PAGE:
Harry witnesses Ludo Bagman's trial (among others) as Dumbledore's memory in the Pensieve (Goblet of Fire ch30 "The Pensieve").

At the end of the trial, Crouch says "Despicable" to Dumbledore:

Mr. Crouch looked furious. The dungeon was ringing with applause now. Bagman got to his feet and bowed, beaming. "Despicable," Mr. Crouch spat at Dumbledore, sitting down as Bagman walked out of the dungeon.

There is no mention of Dumbledore explicitly doing anything in this scene.

Why was Crouch's comment directed specifically at Dumbledore, when everyone else was also supporting Crouch?

Dumbledore wasn't part of the jury for this case, either:

And then, the dungeon returned. Harry was sitting in a different seat, still on the highest bench, but now to the left side of Mr. Crouch.

"It will be put to the vote," said Mr. Crouch coldly. He turned to the right-hand side of the dungeon. "The jury will please ...

2 Answers 2


I don't think Crouch is accusing Dumbledore of having done anything despicable, certainly not over and above anybody else.

No I think he is saying that the fact that Bagman has got off (from Crouch's perspective apparently because he's a famous Quidditch star - I mean one person even congratulated him on his recent performance in a match) is despicable. He's commenting on the events of the trial. (See Andrew's existing answer.)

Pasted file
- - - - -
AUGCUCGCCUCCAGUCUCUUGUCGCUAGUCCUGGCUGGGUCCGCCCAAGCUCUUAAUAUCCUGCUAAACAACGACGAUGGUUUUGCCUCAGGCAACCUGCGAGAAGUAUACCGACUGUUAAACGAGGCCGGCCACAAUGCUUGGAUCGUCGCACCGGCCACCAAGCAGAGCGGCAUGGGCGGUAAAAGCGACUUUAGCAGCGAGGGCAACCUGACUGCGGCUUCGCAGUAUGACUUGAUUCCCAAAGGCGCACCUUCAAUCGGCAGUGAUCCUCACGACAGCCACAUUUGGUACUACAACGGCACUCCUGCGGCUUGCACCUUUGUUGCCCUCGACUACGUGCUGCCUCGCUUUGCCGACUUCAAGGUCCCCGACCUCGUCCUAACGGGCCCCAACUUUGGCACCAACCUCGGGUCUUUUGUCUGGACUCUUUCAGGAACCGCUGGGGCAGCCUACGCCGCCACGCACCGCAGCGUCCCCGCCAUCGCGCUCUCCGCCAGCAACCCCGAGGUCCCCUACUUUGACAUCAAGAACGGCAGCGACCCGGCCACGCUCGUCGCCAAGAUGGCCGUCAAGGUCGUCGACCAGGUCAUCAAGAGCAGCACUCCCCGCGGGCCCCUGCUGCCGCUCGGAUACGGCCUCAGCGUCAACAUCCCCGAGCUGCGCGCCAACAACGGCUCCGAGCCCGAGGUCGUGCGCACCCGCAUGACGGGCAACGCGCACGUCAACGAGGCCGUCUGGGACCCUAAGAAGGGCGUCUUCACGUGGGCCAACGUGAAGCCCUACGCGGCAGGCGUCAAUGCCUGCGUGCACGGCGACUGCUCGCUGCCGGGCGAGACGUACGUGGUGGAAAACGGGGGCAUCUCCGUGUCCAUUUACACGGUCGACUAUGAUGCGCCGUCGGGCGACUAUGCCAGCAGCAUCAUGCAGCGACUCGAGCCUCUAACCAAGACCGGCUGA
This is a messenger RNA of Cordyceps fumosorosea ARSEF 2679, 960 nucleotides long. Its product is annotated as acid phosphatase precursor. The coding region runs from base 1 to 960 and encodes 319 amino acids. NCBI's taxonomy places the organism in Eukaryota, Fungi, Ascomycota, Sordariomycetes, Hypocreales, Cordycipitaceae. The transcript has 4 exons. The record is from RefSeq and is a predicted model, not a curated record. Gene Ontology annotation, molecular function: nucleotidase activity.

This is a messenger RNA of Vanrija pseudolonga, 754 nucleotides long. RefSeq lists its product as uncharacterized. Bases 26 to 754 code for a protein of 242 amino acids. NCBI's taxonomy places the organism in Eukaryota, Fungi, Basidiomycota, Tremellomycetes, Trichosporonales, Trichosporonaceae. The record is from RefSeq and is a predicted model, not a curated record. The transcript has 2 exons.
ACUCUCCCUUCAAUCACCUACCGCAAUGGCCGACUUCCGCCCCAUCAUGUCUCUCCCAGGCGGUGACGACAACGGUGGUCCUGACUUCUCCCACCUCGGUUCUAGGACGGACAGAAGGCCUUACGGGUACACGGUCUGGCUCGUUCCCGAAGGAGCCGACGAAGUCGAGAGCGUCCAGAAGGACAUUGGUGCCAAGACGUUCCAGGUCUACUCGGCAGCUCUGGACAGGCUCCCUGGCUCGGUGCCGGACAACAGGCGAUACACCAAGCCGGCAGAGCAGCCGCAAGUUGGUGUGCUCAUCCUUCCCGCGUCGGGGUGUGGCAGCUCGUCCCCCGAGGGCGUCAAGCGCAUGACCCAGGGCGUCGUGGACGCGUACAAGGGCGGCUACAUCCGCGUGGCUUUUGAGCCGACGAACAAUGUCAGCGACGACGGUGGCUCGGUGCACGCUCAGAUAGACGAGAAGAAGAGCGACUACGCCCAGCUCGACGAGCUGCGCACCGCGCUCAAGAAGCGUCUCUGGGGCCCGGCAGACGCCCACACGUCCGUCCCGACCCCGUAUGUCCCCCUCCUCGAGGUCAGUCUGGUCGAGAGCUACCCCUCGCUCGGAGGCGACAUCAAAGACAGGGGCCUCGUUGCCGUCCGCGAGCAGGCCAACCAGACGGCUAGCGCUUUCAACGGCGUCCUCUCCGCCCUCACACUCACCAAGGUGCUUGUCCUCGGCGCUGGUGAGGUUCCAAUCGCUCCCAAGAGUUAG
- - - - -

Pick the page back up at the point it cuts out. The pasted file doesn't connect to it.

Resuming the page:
The reason he appears to be saying this to Dumbledore is presumably because he respects Dumbledore and perhaps hopes and assumes that Dumbledore sympathises with his perspective.

If you were watching a game of Quidditch football and your team gave away a goal by playing poorly, you might turn to your friend in the stands and say something like "bloody ridiculous!" Obviously you're not accusing your friend of being ridiculous.


Dumbledore (and everyone else in the room) is allowing a famous athlete be cleared of all charges for a crime that Crouch felt Ludo was guilty of; Crouch considered this despicable favoritism (one of the jury complimented Bagman for his Quidditch skills immediately after the acquittal, which gives Crouch's suspicion of favoritism some credence).

  • But why would Crouch say this specifically at Dumbledore, when everyone else was also supporting Bagman? Jan 17 at 4:21
  • 2
    Possibly because it's Dumbledore's memory. I'll look into this a bit further (tomorrow)
    – Andrew
    Jan 17 at 4:23
  • Interesting. So viewing memories in the Pensieve isn't necessarily an exact record of what happened, but could be affected by how the user remembers (or not) it? Jan 17 at 4:28
  • @transcendentals139 Isn't that what happens with Slughorn's memory?
    – Tashus
    Jan 17 at 17:13
  • 4
    @transcendentals139 Dumbledore was next to him. If he wanted to tell someone else it was despicable, he'd have to shout (or send an owl).
    – Sneftel
    Jan 18 at 10:49

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